The state of regulation and military sales practices are the two main life insurance issues the Senate Banking Committee will deal with this year, said panel chairman Sen. Richard Shelby, R-Ala., last week.
Shelby also said the committee is in the process of drafting a bill that would establish standards for notifying consumers of unauthorized disclosure of their financial information in certain circumstances.
The bill will be designed to complement existing data security protections established in the Gramm-Leach-Bliley Act and the Fair Credit Reporting Act.
Regarding regulation, Shelby said the committee intends to hold comprehensive hearings “on the state of insurance regulation, including issues of solvency, consumer protection and optional federal charter.”
His comments come as some segments of the insurance industry, including large property-casualty insurers and most life insurers, are pressing for legislation that would create an optional federal charter. Legislation creating such an option is expected to be introduced by two members of the committee, Sen. John Sununu, R-N.H., and Sen. Tim Johnson, D-S.D., later this month.
Regarding sales of insurance to the military, Shelby said the committee “continues to work on bipartisan legislation to address mutual fund sales abuses to military personnel.”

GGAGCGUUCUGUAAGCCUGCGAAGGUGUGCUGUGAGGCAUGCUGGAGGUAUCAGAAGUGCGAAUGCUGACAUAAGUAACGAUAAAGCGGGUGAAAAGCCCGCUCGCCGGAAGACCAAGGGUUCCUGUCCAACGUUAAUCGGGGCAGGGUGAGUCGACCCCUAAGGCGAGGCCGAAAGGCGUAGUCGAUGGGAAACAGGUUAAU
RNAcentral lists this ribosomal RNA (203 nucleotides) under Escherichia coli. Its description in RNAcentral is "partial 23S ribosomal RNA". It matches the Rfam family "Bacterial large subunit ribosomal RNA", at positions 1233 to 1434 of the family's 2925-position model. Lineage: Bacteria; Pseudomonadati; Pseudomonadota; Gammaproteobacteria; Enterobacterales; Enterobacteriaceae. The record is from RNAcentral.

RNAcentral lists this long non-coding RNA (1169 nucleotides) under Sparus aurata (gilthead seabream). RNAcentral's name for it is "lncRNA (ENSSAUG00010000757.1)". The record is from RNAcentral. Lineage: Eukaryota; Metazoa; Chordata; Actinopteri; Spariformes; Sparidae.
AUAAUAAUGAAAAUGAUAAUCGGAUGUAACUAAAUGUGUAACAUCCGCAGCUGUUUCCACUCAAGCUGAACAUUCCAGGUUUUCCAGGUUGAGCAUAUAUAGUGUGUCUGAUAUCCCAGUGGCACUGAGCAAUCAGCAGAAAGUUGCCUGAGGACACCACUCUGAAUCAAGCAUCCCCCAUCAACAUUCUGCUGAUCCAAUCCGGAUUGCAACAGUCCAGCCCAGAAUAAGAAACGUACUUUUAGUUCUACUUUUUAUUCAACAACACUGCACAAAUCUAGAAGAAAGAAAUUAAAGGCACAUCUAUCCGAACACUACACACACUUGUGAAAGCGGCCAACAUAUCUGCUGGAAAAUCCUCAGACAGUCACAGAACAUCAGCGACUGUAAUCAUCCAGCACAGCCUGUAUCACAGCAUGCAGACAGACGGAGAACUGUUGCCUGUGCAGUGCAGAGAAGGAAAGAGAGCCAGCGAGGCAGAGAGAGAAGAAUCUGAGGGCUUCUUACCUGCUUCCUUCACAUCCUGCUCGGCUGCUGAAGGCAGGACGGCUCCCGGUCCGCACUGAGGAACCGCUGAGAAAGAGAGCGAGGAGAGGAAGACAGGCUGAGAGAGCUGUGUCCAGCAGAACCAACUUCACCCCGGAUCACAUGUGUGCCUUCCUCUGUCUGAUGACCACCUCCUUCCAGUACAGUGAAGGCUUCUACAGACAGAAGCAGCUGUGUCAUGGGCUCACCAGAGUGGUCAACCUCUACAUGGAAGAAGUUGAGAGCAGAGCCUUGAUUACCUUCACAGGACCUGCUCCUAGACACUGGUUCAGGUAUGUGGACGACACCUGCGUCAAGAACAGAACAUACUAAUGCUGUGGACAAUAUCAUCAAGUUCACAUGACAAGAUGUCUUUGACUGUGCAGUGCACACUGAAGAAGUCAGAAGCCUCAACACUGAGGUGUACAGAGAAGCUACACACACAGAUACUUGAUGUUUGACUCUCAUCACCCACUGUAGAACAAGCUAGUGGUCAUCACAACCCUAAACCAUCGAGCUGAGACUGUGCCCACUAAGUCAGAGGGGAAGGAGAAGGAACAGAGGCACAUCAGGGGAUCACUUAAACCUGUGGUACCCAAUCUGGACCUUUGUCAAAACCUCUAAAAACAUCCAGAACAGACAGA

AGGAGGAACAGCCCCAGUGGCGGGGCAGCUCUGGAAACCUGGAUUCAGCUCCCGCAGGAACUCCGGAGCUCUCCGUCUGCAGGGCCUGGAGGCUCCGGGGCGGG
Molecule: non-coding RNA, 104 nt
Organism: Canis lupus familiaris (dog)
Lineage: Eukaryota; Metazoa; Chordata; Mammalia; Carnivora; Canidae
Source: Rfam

The House passed a bill, H.R. 458, tightening control of sales of insurance and allied products on military bases by an overwhelming majority last year. The bill included a provision barring sales of so-called “contractual mutual fund plans” but called for far broader reforms than just barring the sale of this product. It is unclear whether Shelby’s panel will use the House bill as the basis for its action this year.
A companion to the House bill has been introduced in the Senate by Sen. Michael Enzi, R-Wyo.
At the same time, as expected by the industry, Shelby said the panel “will continue its thorough series of hearings on terror finance.”
Shelby said, “As part of our country’s anti-terror efforts, the committee will continue to conduct hearings and a review of our national money laundering strategy.”
The hearings will come against the background that, for the first time since anti-money laundering disclosure regulations have been mandated for financial institutions, life insurers will be required to comply.